The report proposes teachers be recruited from the best and brightest high school students, as they are in other high-performing countries; they would have their college tuition subsidized, and their training would include a full year of student teaching;

The teachers would then go into a career ladder where promotion and pay raises would be based on performance in the classroom and collaboration with other teachers, and not be automatic based on years of service or degrees completed. “This path is radically different” and “a paradigm shift,” Pinsky, a longtime friend of teachers unions, conceded.

Teachers would also spend less time in the classroom — 60% rather the current 80% — with the other 20% “used to work in teams with other teachers to improve instruction, work with and tutor students who are falling behind, manage a caseload of the most challenging students and those from concentrated poverty, and participate in professional learning.”

Teachers would have to meet other higher standards for professional certification, but would be rewarded with higher pay comparable to other professions such as accounting and engineering.

The report also recommended an immediate 10% pay hike for all teachers to bring them to the pay levels of Massachusetts and New Jersey, which are considered models.  

“This level of change is very radical,” Kirwan commented.

The proposed changes are complicated because they involve so many stakeholders, including the state school board, the local boards of educations, the local teachers unions which contract with each of them, and the colleges and universities that provide teacher training.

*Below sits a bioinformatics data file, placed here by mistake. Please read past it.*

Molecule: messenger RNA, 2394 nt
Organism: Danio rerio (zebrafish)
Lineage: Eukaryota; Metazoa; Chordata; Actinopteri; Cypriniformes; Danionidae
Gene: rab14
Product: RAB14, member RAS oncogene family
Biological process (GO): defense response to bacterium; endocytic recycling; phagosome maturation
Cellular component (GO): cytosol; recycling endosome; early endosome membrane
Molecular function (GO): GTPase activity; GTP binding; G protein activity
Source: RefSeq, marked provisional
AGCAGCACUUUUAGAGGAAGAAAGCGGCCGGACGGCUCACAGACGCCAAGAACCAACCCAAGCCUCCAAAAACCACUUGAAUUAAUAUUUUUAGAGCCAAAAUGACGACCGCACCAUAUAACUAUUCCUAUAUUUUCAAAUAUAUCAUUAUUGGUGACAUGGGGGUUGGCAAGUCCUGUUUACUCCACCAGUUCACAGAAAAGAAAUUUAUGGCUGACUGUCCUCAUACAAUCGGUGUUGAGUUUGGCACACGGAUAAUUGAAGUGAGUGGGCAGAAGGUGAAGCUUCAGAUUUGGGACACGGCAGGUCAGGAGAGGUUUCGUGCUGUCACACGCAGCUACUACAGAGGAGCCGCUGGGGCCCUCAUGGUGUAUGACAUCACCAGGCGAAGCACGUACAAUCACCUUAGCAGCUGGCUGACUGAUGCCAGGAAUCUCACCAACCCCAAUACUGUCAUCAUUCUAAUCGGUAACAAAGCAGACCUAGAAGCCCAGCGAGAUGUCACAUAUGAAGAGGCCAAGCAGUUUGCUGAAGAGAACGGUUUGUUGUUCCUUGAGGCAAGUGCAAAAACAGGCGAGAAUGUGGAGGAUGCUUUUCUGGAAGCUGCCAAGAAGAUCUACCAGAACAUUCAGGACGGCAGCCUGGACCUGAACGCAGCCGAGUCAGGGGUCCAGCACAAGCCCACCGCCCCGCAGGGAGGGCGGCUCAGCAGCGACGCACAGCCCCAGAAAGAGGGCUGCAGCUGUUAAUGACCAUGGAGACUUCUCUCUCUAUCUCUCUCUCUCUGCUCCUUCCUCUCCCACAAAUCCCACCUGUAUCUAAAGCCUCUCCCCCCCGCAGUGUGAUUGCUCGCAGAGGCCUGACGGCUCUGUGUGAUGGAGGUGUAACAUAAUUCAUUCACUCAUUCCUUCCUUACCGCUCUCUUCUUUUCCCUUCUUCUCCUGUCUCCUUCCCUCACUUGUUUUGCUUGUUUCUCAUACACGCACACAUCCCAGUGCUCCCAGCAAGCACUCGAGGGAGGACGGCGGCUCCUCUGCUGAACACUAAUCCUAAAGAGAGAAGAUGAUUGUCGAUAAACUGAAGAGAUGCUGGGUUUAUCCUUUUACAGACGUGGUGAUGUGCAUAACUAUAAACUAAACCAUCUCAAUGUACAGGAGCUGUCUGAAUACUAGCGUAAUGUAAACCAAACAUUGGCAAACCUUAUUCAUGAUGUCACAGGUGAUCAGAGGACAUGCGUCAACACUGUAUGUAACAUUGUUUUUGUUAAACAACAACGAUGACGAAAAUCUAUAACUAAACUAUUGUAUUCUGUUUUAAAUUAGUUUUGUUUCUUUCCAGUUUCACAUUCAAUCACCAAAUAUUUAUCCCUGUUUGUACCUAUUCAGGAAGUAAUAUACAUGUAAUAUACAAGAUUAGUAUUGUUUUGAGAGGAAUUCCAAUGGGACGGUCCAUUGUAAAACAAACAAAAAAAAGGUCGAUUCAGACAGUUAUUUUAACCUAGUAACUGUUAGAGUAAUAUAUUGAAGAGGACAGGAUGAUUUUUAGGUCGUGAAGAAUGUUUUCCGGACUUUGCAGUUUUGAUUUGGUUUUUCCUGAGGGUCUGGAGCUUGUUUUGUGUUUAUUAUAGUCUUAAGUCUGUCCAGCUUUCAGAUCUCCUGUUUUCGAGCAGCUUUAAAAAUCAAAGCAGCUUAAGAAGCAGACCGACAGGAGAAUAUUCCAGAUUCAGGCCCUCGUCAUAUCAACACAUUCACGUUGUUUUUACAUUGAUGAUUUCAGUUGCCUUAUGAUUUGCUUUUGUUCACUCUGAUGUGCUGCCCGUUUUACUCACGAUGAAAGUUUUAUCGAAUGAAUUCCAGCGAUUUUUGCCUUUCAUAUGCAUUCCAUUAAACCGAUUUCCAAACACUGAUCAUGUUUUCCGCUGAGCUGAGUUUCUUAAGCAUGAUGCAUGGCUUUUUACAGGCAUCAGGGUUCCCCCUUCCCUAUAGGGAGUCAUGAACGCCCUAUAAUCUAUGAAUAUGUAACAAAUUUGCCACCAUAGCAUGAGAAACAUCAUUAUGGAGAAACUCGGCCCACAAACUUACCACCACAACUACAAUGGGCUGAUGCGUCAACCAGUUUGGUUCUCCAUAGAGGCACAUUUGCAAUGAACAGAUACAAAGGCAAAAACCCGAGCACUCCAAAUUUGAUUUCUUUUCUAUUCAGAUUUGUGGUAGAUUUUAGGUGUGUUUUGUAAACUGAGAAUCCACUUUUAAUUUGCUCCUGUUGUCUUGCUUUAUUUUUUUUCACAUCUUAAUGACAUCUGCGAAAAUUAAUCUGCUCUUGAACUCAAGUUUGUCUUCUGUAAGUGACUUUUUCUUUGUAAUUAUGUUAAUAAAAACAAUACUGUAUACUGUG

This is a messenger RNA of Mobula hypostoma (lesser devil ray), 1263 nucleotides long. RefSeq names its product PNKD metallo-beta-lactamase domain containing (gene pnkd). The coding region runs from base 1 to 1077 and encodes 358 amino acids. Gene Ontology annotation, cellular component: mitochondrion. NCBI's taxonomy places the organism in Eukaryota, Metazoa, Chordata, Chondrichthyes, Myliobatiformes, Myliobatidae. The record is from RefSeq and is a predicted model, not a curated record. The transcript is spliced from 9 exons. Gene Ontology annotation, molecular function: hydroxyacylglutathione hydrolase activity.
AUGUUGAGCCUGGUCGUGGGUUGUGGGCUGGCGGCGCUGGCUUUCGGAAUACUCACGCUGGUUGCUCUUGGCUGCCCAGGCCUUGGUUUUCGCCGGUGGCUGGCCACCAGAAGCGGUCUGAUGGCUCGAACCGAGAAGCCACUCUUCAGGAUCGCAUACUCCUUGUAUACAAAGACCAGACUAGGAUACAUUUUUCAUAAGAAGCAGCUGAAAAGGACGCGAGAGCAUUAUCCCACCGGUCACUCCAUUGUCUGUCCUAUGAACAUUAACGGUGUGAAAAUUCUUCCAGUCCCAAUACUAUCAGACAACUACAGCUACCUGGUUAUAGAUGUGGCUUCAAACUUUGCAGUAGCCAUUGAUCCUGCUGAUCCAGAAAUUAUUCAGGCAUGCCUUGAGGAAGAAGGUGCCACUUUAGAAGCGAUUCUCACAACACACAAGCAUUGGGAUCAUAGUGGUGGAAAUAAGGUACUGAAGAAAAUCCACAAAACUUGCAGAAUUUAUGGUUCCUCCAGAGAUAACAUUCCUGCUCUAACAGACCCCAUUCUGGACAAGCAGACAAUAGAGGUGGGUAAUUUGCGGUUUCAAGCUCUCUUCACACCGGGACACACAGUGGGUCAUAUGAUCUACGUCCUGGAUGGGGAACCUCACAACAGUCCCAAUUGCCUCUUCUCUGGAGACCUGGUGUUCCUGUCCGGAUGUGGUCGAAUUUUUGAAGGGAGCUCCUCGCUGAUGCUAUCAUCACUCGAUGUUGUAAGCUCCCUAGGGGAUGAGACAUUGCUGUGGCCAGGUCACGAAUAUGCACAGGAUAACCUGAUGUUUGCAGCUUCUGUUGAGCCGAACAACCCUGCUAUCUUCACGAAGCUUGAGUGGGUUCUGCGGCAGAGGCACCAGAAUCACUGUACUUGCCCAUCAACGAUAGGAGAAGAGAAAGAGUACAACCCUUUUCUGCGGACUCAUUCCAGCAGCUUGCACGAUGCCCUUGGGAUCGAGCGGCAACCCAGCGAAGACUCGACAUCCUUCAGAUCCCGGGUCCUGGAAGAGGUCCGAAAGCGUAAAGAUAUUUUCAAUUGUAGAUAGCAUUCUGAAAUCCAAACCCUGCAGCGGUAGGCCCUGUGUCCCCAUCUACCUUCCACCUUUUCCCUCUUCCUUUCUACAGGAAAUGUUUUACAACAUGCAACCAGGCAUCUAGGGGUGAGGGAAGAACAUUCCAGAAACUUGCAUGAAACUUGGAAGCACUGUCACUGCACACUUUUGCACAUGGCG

Kirwan’s successor, current University System Chancellor Robert Caret who sits on the commission, commented, “It’s a great idea, but it’s going to be very, very expensive.”

Appropriations Committee Chair Maggie McIntosh, D-Baltimore, a commission member, said, “This is an area we’ll be debating for quite a while.”

Hogan pressured on Kirwan

Despite the radical changes, the absence of final recommendations and the lack of any estimate on their cost, at an Aug. 18 press conference, Pinsky pressured Gov. Larry Hogan to commit to funding all the recommendations of the Kirwan commission.      

In an interview, Hogan called the request “silly. I mean I can’t believe how desperate they are or they seem. Will the governor agree to raising taxes to pay for some unfinished report that we don’t know what they’re gonna ask for what or what it’s going to do? How could you possibly answer that?”

“Look we supported the Kirwan commission recommendations that came out in January,” fairly minor changes with small price tags.

“We’ve record-funded schools over the legislative formulas — 25 billion dollars. We committed to the $4.4 billion dedicated from casino revenue with the lockbox that we support and we’re going to look at the Kirwan commission recommendations if they make any sense. And they’re spending money in the right place and certainly will look at supporting them but we can’t commit to something that’s nothing but ether.”

The commission has been working for almost two years now, and has already extended its deadline twice for final recommendations.